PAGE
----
In view of the structure of this invention, and the assembly of the container or bag 11 with the addition of the accessory of this development, the package is generally free of adhesive, except along whatever manufacturer's joint may be embodied within the structure of the bag, and for those marginal edges that apply this accessory to the container. The heat assist is able to provide a maximum safe thermal penetration of the microwave energy without breaking up. This is because normally it will completely cover the surface of the accessory, except for the expansion areas, as previously explained, and is provided over the entire surface of the container holding the food or other product to be microwaved. Overall, an even heating is thus provided to the container contents As previously explained, it may be that the metal surface of the accessory may be located only at isolated points along the surface of the said accessory 15, to provide focal heating, where desired The package is free of adhesive and the heat assist is able to provide a maximum safe thermal penetration from the microwave energy without breaking up. Because it completely covers the surface of the accessory, overall even heating is attained.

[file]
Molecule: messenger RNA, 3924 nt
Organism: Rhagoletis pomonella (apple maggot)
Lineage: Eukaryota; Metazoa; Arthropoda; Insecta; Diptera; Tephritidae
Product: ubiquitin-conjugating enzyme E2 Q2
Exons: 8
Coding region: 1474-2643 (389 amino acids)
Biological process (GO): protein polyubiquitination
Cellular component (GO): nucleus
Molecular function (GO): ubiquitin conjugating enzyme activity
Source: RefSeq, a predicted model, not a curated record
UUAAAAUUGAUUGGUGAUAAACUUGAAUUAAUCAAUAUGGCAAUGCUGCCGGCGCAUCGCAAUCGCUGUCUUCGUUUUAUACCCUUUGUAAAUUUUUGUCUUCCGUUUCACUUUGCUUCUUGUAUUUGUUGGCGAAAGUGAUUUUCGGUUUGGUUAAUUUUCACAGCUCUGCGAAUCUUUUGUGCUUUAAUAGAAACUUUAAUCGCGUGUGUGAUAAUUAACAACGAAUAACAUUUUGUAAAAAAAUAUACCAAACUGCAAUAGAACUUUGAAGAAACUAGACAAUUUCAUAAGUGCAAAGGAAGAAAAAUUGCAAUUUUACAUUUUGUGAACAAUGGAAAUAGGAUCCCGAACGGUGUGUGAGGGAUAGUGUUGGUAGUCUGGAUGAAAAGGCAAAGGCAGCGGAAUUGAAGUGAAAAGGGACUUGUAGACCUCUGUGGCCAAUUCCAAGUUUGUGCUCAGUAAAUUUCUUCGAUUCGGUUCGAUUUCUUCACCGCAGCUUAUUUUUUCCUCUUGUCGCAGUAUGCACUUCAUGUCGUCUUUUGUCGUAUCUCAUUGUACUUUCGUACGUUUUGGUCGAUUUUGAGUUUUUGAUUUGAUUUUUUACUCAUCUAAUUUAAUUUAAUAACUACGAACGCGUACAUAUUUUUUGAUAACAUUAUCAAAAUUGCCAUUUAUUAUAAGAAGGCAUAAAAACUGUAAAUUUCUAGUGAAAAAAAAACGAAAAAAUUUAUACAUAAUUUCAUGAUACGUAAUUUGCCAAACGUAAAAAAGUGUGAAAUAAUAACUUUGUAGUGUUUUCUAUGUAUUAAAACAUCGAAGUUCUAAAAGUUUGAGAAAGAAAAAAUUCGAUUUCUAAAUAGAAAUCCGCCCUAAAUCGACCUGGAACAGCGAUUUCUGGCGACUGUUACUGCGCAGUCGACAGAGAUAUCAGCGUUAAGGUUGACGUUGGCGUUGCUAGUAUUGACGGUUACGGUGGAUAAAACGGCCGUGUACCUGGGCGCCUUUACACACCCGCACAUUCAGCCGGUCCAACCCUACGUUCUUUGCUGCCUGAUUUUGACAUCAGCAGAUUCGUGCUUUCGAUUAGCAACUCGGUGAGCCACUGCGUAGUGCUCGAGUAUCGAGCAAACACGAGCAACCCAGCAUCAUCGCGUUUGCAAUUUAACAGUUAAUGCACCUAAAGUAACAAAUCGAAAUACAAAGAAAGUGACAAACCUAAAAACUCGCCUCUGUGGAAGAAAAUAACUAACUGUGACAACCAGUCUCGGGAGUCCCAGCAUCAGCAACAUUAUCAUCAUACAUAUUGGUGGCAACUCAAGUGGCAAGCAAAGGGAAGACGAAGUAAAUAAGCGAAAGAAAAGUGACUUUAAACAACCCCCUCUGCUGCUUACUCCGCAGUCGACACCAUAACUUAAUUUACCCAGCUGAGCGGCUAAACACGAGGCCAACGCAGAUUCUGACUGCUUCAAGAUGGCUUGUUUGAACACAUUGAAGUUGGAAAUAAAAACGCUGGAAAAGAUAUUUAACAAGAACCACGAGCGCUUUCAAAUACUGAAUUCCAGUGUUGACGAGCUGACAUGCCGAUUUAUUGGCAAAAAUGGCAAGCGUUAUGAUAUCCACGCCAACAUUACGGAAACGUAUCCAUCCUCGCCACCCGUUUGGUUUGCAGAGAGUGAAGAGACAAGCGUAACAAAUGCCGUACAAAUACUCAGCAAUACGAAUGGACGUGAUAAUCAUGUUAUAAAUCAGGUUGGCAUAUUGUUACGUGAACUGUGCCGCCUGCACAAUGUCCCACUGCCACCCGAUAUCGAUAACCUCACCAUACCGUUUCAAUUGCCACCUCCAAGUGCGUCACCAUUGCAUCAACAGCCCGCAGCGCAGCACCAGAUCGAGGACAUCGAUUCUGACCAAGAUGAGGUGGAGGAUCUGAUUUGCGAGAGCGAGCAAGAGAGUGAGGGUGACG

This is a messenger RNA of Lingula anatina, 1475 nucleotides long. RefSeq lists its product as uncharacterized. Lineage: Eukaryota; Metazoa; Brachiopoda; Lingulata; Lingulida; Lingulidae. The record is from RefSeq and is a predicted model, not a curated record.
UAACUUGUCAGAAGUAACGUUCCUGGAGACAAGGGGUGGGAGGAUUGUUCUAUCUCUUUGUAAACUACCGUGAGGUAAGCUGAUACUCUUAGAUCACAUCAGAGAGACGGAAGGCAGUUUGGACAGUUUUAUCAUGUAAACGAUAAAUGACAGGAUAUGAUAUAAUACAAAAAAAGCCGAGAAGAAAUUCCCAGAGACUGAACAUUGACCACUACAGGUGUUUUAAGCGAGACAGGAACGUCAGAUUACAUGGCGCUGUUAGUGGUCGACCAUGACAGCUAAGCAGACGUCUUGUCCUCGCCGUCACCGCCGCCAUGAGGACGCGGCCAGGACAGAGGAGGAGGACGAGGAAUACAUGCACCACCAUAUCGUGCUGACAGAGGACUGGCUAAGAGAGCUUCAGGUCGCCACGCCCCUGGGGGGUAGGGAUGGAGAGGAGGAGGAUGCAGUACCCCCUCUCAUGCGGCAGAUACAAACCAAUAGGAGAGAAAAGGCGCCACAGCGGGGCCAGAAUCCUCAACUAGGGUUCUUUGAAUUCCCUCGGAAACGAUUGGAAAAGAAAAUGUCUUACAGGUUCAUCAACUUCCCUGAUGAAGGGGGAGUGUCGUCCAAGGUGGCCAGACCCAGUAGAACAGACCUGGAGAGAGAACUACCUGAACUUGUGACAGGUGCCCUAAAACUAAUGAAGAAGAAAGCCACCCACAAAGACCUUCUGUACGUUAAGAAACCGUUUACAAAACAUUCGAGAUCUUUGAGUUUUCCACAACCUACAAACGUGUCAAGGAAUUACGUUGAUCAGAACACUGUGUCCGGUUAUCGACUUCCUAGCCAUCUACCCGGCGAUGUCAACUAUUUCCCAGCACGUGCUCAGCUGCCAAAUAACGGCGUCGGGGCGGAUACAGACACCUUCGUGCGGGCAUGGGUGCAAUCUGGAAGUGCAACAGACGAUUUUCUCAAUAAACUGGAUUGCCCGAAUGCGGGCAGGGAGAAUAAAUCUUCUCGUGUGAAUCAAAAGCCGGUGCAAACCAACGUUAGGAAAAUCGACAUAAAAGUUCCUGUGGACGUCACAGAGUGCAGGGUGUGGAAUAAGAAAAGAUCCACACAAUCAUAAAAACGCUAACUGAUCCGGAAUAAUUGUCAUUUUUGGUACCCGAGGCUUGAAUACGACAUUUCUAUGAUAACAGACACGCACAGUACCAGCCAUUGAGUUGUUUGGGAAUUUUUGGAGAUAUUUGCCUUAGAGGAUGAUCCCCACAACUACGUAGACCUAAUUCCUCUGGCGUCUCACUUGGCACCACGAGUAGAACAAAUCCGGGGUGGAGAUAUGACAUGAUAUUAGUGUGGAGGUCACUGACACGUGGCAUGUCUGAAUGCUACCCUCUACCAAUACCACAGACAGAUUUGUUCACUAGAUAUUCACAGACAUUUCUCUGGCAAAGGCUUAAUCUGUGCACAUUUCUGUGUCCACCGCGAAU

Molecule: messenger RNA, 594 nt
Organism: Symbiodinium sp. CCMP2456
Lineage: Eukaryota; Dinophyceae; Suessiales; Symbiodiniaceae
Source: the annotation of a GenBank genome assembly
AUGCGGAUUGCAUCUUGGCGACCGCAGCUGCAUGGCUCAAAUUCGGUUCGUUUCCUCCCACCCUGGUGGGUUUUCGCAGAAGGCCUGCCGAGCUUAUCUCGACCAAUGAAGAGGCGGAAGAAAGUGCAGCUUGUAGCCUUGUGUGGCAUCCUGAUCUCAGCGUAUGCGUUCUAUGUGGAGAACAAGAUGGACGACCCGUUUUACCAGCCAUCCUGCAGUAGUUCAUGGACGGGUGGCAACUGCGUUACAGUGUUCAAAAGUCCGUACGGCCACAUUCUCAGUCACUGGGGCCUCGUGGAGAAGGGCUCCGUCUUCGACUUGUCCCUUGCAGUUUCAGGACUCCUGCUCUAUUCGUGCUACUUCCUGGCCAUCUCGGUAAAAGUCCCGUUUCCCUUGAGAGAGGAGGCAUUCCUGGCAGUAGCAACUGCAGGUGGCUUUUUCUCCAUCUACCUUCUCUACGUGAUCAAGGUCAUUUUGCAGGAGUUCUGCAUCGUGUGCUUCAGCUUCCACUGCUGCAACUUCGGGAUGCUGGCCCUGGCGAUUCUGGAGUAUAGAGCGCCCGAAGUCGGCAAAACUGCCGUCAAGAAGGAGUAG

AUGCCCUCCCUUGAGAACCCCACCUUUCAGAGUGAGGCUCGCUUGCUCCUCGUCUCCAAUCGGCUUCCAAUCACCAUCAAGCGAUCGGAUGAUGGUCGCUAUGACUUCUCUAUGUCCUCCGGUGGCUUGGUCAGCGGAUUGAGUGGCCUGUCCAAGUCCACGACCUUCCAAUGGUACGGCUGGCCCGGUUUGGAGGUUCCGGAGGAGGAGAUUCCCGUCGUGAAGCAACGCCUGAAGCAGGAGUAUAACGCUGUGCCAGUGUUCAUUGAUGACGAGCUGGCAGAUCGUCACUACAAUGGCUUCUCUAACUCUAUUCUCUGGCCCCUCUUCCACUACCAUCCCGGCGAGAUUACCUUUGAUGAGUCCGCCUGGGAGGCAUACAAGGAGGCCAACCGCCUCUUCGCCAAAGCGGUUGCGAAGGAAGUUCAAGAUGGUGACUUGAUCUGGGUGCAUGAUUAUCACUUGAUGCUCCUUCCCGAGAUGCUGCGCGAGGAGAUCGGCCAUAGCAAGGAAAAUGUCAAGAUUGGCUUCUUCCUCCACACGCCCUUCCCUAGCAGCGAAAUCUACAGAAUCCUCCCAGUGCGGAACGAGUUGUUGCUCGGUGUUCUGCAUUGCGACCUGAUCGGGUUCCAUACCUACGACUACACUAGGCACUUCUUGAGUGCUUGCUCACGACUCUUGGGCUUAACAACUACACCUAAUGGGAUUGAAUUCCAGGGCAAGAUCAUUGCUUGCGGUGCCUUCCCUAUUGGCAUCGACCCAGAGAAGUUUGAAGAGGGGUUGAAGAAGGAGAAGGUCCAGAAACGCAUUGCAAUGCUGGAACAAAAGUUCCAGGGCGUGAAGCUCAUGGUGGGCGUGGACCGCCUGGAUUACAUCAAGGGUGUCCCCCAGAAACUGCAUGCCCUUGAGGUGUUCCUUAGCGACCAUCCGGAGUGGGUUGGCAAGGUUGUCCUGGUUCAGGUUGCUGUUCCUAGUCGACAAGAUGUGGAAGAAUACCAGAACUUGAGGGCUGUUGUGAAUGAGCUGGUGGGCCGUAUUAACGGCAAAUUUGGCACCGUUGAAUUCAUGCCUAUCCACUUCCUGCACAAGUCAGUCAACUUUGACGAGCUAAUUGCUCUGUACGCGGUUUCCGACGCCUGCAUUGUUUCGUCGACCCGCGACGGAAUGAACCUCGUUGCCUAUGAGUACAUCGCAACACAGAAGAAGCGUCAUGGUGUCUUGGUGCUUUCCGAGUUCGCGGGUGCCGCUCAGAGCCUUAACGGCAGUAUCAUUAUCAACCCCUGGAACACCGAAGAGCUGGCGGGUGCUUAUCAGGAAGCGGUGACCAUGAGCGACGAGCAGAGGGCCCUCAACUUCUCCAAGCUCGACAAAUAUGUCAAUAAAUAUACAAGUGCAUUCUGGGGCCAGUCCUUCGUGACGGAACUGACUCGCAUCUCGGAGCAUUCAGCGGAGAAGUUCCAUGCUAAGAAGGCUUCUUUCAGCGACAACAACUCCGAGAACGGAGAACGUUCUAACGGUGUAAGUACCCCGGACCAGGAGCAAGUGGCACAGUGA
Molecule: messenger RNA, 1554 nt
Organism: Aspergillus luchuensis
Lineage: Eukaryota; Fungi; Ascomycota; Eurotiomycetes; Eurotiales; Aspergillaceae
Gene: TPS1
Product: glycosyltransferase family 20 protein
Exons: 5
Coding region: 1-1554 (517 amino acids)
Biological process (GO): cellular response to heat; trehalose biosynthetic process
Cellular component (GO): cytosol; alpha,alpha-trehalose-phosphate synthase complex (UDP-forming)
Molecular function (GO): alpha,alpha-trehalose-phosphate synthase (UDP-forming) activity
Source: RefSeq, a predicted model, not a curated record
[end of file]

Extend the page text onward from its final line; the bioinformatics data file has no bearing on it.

Numerous variations, within the scope of the appended claims, will be apparent to those skilled in the art in light of the foregoing description and accompanying drawings. For example, as previously explained, the heat assist accessory could be secured to the face 12 or 13 of bag 11 along the top and bottom edges of the accessory. This would still leave the sleeved relationship, either in the form of a gap, or contiguousness, between the bag and the accessory. The metal layer with the pattern of FIGS. 2 or 4, or to other related and effective designs, could also be formed between layers of a two-ply bag. Although, this however, is not the preferred embodiment because it brings the metal layer into closer proximity to the food product contained within the bag, but nevertheless, it is an alternative. These examples are merely illustrative.
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|U.S. Classification||426/107, 219/730, 219/759, 426/234|
|Cooperative Classification||B65D81/3469, B65D2581/3421, B65D2581/3494|
|Apr 26, 1993||AS||Assignment|
Owner name: PACKAGING CONCEPTS, INC., MISSOURI
Free format text: ASSIGNMENT OF ASSIGNORS INTEREST.;ASSIGNORS:MENDENHALL, ABRAHAM H.;IRACE, JOSEPH F.;SKUDRZYK, JOSEPH;REEL/FRAME:006507/0888;SIGNING DATES FROM 19930301 TO 19930302
|Dec 6, 1996||FPAY||Fee payment|
Year of fee payment: 4
|Jan 23, 2001||REMI||Maintenance fee reminder mailed|
|Jul 1, 2001||LAPS||Lapse for failure to pay maintenance fees|
|Sep 4, 2001||FP||Expired due to failure to pay maintenance fee|
Effective date: 20010629